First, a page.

Authors: Martha Powell, Future Science Group
Research presented at the European Congress of Clinical Microbiology and Infectious Diseases (ECCMID; 13–16 April, Amsterdam, the Netherlands) has highlighted large variations in mortality rates associated with different bloodstream infections (BSIs).
BSIs are among the top seven causes of death, however, relatively little is known about the risks posed by the different microorganisms that can give rise to them. This study aimed to investigate the different causative agents via a multi-centre retrospective analysis of hospitalized patients across ten health facilities in New York between January and December 2018.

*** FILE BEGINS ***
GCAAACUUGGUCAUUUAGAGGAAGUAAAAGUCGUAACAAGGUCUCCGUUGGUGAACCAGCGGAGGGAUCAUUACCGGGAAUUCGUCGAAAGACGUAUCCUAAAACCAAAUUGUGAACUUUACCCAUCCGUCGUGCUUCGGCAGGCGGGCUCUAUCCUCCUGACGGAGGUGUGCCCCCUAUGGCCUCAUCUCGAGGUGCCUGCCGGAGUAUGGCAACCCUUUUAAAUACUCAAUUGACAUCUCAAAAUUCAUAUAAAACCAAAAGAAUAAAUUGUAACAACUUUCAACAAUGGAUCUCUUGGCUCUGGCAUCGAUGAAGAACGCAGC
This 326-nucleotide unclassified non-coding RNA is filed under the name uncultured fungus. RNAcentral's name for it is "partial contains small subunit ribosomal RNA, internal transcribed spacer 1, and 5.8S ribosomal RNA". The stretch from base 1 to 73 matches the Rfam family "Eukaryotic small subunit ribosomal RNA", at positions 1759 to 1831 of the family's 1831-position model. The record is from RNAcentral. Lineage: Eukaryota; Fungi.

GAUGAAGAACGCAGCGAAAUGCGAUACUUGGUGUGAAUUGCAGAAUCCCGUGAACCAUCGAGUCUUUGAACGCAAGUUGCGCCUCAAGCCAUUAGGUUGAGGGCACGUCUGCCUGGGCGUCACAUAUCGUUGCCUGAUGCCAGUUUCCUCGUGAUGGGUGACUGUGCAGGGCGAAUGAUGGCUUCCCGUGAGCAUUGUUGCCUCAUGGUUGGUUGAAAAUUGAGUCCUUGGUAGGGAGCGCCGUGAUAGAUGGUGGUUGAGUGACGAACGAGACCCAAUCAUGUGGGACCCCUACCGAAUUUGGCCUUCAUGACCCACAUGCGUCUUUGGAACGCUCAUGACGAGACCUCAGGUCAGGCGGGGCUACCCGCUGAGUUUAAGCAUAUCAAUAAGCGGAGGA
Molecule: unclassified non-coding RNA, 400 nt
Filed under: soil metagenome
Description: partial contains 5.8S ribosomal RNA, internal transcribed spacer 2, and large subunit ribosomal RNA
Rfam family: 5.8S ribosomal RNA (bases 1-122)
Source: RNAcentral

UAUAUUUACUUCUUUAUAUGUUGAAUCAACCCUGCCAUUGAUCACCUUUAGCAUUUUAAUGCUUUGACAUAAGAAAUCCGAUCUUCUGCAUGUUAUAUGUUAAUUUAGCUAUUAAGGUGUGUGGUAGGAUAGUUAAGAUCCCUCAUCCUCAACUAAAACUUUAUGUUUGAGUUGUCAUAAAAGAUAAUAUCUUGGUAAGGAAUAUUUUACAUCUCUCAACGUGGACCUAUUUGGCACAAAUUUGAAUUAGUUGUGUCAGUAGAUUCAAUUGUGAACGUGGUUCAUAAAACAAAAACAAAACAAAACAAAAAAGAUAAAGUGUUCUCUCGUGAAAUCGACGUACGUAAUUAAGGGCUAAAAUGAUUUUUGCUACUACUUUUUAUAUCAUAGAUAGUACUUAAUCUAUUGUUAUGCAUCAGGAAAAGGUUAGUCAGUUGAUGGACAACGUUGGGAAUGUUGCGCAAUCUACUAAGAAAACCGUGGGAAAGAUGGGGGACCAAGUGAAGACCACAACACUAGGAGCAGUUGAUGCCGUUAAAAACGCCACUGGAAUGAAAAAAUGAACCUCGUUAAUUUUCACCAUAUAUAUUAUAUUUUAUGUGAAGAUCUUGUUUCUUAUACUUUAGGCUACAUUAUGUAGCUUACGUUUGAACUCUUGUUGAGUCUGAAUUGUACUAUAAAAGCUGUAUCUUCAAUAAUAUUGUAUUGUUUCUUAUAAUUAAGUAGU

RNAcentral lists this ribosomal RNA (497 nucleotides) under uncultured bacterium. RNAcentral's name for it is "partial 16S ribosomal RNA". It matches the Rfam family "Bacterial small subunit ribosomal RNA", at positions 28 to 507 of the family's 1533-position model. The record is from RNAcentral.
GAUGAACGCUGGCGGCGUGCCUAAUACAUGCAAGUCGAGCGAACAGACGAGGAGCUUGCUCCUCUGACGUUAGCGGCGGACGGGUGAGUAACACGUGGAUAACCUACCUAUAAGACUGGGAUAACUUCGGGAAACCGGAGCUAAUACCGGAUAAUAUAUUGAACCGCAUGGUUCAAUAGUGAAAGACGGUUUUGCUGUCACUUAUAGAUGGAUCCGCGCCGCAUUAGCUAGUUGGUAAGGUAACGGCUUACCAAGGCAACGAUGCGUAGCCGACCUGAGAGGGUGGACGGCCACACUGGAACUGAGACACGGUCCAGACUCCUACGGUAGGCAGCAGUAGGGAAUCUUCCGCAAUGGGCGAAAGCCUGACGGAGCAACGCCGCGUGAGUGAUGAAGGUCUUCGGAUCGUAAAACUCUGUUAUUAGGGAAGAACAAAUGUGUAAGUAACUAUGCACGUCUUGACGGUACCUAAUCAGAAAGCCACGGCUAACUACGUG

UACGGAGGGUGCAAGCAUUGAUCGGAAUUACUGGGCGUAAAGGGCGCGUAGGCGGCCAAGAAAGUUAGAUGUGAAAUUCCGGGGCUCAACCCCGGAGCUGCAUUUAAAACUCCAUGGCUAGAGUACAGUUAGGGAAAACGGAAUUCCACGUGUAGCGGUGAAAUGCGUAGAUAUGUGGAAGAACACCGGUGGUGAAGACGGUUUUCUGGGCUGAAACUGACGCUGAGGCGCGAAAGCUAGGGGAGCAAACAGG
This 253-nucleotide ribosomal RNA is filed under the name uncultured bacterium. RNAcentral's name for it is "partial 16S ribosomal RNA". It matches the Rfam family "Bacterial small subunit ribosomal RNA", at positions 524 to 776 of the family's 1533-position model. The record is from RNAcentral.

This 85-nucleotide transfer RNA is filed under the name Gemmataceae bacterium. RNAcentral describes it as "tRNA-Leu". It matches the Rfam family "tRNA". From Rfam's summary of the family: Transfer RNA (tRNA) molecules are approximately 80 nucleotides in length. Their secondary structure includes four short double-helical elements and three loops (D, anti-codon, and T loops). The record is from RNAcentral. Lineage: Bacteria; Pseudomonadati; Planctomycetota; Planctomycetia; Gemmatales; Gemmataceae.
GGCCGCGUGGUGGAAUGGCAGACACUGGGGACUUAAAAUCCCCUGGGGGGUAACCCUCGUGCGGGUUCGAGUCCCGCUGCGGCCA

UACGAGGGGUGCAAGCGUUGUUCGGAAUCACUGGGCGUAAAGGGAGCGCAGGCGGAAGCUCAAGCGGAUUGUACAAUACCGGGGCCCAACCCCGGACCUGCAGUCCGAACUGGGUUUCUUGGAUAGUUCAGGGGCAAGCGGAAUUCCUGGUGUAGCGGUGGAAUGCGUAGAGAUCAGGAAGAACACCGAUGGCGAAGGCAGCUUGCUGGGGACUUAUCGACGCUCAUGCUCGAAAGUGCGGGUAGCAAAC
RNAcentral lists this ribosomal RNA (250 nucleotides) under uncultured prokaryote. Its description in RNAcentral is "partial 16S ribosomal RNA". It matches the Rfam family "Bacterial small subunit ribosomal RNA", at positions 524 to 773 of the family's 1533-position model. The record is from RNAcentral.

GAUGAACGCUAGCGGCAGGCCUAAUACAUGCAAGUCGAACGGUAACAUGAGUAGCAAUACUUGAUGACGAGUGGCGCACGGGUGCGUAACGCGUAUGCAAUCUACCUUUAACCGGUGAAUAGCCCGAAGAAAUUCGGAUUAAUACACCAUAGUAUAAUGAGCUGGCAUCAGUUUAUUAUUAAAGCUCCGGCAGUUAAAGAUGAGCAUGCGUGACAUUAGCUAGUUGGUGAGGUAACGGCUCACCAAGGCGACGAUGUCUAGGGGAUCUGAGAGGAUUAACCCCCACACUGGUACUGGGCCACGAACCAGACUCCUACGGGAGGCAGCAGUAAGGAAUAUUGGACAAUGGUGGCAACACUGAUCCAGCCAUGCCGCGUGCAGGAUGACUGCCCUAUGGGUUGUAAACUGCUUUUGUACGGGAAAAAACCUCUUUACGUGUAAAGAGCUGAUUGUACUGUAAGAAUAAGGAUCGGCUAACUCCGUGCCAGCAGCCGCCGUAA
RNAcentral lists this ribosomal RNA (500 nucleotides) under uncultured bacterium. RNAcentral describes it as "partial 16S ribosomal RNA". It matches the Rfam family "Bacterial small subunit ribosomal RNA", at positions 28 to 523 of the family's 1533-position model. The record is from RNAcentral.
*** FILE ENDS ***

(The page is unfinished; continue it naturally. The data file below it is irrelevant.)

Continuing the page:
The team obtained two sets of blood samples from patients with suspected BSIs, which were then cultured to look for infection. If infection was found, the cultures were subject to molecular analysis to identify the species of microorganism responsible.
Of 6149 patients found to have a BSI, 93% were infected with a single species of pathogen, with the remaining 7% showing two or more different species in their blood. Overall 12% of the patients in the study were reported to have died in hospital, however, the team discovered mortality rates carried significantly according to the type of pathogen present, from 8% from Streptococcus spp., to 22% for MRSA and 46% for Acinetobacter baumanii infections.